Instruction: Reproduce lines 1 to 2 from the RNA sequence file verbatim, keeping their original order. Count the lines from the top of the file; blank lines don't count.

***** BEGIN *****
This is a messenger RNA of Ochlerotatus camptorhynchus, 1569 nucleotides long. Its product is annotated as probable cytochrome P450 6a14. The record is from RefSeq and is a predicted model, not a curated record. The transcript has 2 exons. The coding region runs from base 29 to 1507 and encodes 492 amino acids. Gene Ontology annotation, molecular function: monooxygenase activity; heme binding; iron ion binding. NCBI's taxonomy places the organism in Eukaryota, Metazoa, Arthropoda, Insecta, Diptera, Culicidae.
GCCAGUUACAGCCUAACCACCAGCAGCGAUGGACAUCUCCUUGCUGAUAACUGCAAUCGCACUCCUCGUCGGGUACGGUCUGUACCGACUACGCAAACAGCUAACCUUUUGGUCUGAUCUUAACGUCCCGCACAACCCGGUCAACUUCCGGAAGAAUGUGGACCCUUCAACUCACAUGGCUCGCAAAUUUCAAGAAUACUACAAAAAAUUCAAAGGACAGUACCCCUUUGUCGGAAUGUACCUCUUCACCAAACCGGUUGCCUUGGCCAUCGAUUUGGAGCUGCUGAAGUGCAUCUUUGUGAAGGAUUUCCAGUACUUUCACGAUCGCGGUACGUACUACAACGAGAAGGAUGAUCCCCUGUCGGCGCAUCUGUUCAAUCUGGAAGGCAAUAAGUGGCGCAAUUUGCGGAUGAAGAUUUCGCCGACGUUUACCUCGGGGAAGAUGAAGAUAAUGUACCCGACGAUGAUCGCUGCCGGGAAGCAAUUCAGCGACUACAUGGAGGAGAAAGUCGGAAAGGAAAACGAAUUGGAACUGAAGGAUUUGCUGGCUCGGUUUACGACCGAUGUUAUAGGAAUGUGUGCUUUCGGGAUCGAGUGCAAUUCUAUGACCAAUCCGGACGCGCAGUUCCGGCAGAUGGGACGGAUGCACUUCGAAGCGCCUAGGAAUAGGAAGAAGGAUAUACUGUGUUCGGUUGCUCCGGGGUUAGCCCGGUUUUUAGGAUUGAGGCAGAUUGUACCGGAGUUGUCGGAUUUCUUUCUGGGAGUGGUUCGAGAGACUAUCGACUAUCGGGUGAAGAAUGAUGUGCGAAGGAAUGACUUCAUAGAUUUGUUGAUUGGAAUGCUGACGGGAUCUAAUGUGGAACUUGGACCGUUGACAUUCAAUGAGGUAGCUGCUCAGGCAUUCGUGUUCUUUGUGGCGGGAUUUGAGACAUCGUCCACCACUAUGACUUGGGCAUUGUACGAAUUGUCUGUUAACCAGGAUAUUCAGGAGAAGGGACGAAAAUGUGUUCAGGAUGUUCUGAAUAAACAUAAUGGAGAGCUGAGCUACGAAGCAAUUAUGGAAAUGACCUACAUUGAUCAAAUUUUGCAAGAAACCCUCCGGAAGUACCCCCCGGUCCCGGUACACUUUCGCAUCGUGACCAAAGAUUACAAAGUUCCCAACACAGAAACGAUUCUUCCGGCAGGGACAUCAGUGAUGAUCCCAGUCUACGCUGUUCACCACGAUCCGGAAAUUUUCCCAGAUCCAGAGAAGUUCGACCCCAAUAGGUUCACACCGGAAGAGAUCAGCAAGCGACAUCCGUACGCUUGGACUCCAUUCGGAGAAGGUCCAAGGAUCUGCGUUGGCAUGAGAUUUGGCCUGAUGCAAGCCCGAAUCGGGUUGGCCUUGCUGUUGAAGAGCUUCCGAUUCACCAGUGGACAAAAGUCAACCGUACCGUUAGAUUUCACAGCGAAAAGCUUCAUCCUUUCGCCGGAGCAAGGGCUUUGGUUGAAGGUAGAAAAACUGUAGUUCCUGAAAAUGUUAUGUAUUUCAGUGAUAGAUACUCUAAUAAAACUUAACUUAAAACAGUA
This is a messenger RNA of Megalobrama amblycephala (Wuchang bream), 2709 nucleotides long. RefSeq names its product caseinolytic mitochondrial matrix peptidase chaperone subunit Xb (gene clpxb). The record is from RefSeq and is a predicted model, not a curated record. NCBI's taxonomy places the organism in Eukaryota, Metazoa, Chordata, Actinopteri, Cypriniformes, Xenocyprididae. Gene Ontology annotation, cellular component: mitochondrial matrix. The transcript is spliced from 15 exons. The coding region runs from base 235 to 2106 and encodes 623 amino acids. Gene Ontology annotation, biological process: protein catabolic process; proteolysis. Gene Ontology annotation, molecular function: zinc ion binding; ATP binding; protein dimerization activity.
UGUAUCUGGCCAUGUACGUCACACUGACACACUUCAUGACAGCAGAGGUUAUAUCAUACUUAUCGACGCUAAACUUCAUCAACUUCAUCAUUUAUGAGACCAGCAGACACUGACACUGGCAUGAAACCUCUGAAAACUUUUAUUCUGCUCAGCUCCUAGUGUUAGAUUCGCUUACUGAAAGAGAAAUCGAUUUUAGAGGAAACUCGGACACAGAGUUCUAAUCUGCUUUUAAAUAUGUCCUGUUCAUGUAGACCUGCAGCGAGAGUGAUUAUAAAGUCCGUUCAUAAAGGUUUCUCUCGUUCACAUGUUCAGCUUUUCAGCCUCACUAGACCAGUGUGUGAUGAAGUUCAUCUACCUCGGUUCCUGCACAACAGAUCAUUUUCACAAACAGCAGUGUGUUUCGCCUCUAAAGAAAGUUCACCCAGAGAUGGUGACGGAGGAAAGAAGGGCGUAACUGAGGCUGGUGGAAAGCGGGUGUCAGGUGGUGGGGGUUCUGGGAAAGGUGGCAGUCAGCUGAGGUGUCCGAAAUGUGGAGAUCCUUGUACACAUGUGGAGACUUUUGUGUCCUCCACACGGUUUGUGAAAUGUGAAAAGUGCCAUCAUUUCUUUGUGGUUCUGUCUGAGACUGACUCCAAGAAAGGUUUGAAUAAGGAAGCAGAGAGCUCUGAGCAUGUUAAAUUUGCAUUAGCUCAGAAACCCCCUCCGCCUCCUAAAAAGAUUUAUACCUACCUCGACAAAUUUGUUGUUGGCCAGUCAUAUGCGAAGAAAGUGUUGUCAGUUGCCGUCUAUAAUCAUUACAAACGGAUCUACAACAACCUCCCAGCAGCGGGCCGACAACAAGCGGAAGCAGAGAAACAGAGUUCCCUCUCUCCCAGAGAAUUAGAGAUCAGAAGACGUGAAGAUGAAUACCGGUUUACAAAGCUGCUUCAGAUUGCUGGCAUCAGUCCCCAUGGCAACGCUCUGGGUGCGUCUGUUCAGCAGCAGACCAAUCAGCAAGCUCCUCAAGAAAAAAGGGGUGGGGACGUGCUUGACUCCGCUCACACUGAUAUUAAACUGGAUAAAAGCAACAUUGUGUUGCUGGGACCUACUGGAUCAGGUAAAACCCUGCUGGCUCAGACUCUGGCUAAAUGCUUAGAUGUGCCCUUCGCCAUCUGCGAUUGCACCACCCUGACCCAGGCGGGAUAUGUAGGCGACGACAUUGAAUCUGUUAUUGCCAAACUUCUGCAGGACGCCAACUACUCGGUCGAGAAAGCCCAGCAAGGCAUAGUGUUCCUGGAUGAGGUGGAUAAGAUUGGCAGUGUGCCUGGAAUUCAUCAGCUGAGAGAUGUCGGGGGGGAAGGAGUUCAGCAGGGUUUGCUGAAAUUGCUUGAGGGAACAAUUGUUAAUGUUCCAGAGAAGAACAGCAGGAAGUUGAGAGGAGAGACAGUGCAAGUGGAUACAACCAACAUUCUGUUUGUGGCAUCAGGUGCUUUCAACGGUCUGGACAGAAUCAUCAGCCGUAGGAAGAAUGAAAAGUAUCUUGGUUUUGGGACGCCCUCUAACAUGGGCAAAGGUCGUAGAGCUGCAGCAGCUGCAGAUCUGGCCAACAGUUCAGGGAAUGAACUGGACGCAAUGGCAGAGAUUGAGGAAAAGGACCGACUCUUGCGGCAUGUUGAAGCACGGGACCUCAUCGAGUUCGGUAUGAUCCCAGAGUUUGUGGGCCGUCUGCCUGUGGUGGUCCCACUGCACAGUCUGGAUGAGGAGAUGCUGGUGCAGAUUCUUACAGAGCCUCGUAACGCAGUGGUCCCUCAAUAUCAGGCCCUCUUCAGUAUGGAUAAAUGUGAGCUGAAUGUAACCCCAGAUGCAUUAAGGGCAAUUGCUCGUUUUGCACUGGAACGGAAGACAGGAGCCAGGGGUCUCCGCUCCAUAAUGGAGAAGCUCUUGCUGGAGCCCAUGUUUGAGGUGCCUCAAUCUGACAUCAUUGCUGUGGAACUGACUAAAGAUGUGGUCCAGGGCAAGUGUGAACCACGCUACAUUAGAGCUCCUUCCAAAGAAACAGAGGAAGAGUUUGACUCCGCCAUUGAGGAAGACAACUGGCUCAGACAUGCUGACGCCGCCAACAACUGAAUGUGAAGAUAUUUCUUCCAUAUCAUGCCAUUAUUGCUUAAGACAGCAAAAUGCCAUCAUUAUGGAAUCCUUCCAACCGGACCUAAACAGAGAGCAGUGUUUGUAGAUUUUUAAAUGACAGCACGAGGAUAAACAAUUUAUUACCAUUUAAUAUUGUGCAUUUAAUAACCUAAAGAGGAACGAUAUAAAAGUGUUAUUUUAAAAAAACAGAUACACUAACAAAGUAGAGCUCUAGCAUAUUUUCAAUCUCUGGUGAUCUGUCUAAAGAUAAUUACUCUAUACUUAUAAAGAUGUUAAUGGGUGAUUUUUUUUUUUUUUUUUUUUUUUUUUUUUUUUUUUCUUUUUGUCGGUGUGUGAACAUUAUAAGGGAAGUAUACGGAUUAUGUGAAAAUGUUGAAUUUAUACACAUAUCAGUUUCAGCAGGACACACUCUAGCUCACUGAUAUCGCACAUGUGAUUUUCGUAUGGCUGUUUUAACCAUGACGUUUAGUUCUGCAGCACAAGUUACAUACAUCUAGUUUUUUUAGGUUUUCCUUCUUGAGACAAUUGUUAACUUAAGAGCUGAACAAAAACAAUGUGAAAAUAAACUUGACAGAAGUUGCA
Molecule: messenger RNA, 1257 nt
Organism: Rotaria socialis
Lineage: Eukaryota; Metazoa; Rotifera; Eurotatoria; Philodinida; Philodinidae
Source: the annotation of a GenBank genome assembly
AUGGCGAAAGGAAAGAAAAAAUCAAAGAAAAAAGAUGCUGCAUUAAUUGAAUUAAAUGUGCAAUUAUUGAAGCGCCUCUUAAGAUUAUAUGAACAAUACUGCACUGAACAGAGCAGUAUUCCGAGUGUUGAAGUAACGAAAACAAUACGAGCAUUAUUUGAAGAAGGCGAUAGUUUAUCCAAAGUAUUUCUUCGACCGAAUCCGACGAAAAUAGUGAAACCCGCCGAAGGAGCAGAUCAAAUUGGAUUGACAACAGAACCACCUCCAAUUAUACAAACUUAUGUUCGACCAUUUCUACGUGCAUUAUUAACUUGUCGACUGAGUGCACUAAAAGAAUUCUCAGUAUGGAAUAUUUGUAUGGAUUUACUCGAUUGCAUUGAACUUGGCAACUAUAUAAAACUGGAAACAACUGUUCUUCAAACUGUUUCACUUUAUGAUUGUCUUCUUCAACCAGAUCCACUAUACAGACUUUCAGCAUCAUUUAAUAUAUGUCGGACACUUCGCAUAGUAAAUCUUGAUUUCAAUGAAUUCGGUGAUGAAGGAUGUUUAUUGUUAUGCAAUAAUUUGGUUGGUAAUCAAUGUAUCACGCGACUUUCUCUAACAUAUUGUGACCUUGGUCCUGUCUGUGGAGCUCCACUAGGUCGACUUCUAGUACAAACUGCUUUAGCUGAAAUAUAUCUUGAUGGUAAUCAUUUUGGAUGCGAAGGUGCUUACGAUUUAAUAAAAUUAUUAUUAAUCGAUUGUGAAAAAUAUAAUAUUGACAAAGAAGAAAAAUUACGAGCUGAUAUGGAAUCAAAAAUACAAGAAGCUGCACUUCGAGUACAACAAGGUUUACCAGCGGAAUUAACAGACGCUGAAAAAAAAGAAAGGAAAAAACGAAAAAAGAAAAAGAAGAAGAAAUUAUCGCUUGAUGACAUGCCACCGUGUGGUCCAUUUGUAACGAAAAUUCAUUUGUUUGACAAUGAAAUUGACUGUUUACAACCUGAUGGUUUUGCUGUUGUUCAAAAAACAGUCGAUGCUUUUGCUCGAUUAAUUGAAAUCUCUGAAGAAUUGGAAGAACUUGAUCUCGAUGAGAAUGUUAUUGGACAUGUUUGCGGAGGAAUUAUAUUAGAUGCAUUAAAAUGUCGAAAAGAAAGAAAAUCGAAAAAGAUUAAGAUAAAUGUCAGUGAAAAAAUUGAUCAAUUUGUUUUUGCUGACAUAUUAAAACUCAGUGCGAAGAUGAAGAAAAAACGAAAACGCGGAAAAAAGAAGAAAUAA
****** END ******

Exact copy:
This is a messenger RNA of Ochlerotatus camptorhynchus, 1569 nucleotides long. Its product is annotated as probable cytochrome P450 6a14. The record is from RefSeq and is a predicted model, not a curated record. The transcript has 2 exons. The coding region runs from base 29 to 1507 and encodes 492 amino acids. Gene Ontology annotation, molecular function: monooxygenase activity; heme binding; iron ion binding. NCBI's taxonomy places the organism in Eukaryota, Metazoa, Arthropoda, Insecta, Diptera, Culicidae.
GCCAGUUACAGCCUAACCACCAGCAGCGAUGGACAUCUCCUUGCUGAUAACUGCAAUCGCACUCCUCGUCGGGUACGGUCUGUACCGACUACGCAAACAGCUAACCUUUUGGUCUGAUCUUAACGUCCCGCACAACCCGGUCAACUUCCGGAAGAAUGUGGACCCUUCAACUCACAUGGCUCGCAAAUUUCAAGAAUACUACAAAAAAUUCAAAGGACAGUACCCCUUUGUCGGAAUGUACCUCUUCACCAAACCGGUUGCCUUGGCCAUCGAUUUGGAGCUGCUGAAGUGCAUCUUUGUGAAGGAUUUCCAGUACUUUCACGAUCGCGGUACGUACUACAACGAGAAGGAUGAUCCCCUGUCGGCGCAUCUGUUCAAUCUGGAAGGCAAUAAGUGGCGCAAUUUGCGGAUGAAGAUUUCGCCGACGUUUACCUCGGGGAAGAUGAAGAUAAUGUACCCGACGAUGAUCGCUGCCGGGAAGCAAUUCAGCGACUACAUGGAGGAGAAAGUCGGAAAGGAAAACGAAUUGGAACUGAAGGAUUUGCUGGCUCGGUUUACGACCGAUGUUAUAGGAAUGUGUGCUUUCGGGAUCGAGUGCAAUUCUAUGACCAAUCCGGACGCGCAGUUCCGGCAGAUGGGACGGAUGCACUUCGAAGCGCCUAGGAAUAGGAAGAAGGAUAUACUGUGUUCGGUUGCUCCGGGGUUAGCCCGGUUUUUAGGAUUGAGGCAGAUUGUACCGGAGUUGUCGGAUUUCUUUCUGGGAGUGGUUCGAGAGACUAUCGACUAUCGGGUGAAGAAUGAUGUGCGAAGGAAUGACUUCAUAGAUUUGUUGAUUGGAAUGCUGACGGGAUCUAAUGUGGAACUUGGACCGUUGACAUUCAAUGAGGUAGCUGCUCAGGCAUUCGUGUUCUUUGUGGCGGGAUUUGAGACAUCGUCCACCACUAUGACUUGGGCAUUGUACGAAUUGUCUGUUAACCAGGAUAUUCAGGAGAAGGGACGAAAAUGUGUUCAGGAUGUUCUGAAUAAACAUAAUGGAGAGCUGAGCUACGAAGCAAUUAUGGAAAUGACCUACAUUGAUCAAAUUUUGCAAGAAACCCUCCGGAAGUACCCCCCGGUCCCGGUACACUUUCGCAUCGUGACCAAAGAUUACAAAGUUCCCAACACAGAAACGAUUCUUCCGGCAGGGACAUCAGUGAUGAUCCCAGUCUACGCUGUUCACCACGAUCCGGAAAUUUUCCCAGAUCCAGAGAAGUUCGACCCCAAUAGGUUCACACCGGAAGAGAUCAGCAAGCGACAUCCGUACGCUUGGACUCCAUUCGGAGAAGGUCCAAGGAUCUGCGUUGGCAUGAGAUUUGGCCUGAUGCAAGCCCGAAUCGGGUUGGCCUUGCUGUUGAAGAGCUUCCGAUUCACCAGUGGACAAAAGUCAACCGUACCGUUAGAUUUCACAGCGAAAAGCUUCAUCCUUUCGCCGGAGCAAGGGCUUUGGUUGAAGGUAGAAAAACUGUAGUUCCUGAAAAUGUUAUGUAUUUCAGUGAUAGAUACUCUAAUAAAACUUAACUUAAAACAGUA